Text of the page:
After I bought a cabin in the woods last year, I realized there were many things about living in the woods that I, a child of south Texas who then promptly decamped to the paved and well-lit streets of New York City, needed to learn. For instance, how does one turn large pieces of wood into smaller pieces of wood? I had purchased a quarter-cord of wood for the winter, but many of the logs were too big to fit comfortably in my wood stove, and it was cold.
So I searched “how to chop wood,” and lo and behold, Google delivered to me a video, helpfully titled “How to Split Wood,” by a website that was new to me but not, apparently, to millions of men—the Art of Manliness, which has existed for more than a decade and describes itself as “a men’s interest and lifestyle website with content geared to helping men become better men.” Are you even a man in today’s modern world, full of conveniences like pre-chopped wood in the size you require, if you don’t chop your own wood? Of course not, what a silly question.
I learned many things from the video, namely, that I needed something called a maul and not an ax as I had assumed, and that chopping wood was also a “great workout.”
What I did not learn, unfortunately, was how to successfully chop wood:
Even though I had failed at the art of manliness, it got me curious about the Art of Manliness, whose Mormon founders Brett McKay and his wife Kate, I soon learned, had built a mini-empire around the belief that men were on the decline and increasingly useless, lacking ambition and drive especially when compared to women. “These men who are struggling are your sons, they’re your grandsons, they’re your brothers, they’re your potential husbands,” Brett explained in a 2011 talk he gave in which he laid out his manifesto, blaming a whole slew of ills for men’s struggles—“absent dads,” “pop culture,” consumerism (which had made men “passive” and “weak”), as well as feminism, which had left men “lost and confused” about what it meant to be a man. Feminism had led to the idea that masculinity needed to be reinvented, which he interpreted as the desire to have “men act more like women.” “We don’t need to reinvent masculinity in America,” he proclaimed, we just need to “revive the rich heritage of manliness,” which has a history that “goes back thousands of years” all the way to the ancient Romans.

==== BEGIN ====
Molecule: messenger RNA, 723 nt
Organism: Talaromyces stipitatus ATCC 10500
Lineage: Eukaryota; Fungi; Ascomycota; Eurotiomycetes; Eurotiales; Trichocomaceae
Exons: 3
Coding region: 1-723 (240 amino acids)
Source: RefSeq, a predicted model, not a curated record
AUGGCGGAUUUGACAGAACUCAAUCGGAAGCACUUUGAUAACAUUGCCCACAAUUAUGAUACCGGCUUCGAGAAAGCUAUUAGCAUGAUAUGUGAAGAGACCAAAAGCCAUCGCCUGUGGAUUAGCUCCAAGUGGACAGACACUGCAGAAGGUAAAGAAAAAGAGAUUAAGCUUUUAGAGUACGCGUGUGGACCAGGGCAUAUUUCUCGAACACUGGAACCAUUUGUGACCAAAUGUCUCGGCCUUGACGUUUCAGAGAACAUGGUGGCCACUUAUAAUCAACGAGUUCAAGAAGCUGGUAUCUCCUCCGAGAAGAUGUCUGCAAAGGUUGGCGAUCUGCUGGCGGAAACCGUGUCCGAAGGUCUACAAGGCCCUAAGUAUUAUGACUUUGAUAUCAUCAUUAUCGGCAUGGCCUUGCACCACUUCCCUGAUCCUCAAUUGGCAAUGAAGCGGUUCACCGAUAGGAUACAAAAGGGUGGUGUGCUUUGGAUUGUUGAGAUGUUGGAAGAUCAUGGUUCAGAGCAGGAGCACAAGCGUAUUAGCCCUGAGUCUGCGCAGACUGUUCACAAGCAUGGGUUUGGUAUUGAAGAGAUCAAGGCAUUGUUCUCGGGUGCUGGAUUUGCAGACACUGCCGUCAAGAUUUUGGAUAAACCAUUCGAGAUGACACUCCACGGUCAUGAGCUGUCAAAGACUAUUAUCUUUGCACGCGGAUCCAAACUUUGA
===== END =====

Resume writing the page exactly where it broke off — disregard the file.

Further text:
It’s a conservative ideology, a sort of Jordan Peterson-light and with more than a nod to the ideas that drove the mythopoetic men’s movement of the 1980s and books like King, Warrior, Magician, Lover, which is cited in their introduction, and the poet Robert Bly’s Iron John, both of which fretted that men were crushed by modern society and no longer wild. It’s an ideology that still resonates today—in 2019, the Art of Manliness averaged more than six million monthly visitors, according to Tulsa World. The brand has millions of followers across its social channels, and since its founding the McKays have expanded their company into a veritable conglomerate of manliness; in addition to a podcast and a series of books, the Art of Manliness also offers a 12-week training program called the “Strenuous Life.” Akin to the Boy Scouts and complete with badges, the Strenuous Life is marketed as an “initiation into the cult of strenuosity” for adult men who want to “revolt against our age of ease, comfort, and existential weightlessnes” and “connect with the real world” and “stretch themselves and do hard things.” (Participants can gain a First Aid Badge, as Strenuous Lifer @grekulanssi did, by carrying their wives like a firefighter.)
Having gotten its start at a time when pundits and glossy magazines began bemoaning and warning of “the end of men,” the Art of Manliness yearns for a return to a more secure time when to be a man was to be the sole breadwinner in his (nuclear) family, and squarely at the top of both their private and public domains. This limiting version of what a man should be isn’t as overtly boorish and violent as the set of beliefs espoused by, say, the Proud Boys, or as misogynistic as those embraced by incel culture. But it tracks closely with masculine ideals that have long been embraced and valorized by the right, not least of which the idea that there is some sort of singular Platonic ideal of manhood that men should aspire to.
Is there any insight to be gleaned about being a man in 2020 from the Art of Manliness? Somewhere, in the hundreds of podcasts, thousands of blog posts, and the seemingly endless scroll of videos, maybe there would be some answers.
So what the hell is manliness? In the McKays’s 2011 book, the clunkily titled The Art of Manliness - Manvotionals: Timeless Wisdom and Advice on Living the 7 Manly Virtues, they break down how to “master the art of manliness.” A man, they write, “must live the seven manly virtues,” the first of which is, amazingly enough, “Manliness” (!!!), followed by “Courage, Industry, Resolution, Self-Reliance, Discipline, [and] Honor.” Men, they believe, want to “live an authentic, manly life,” to “live life to the fullest.”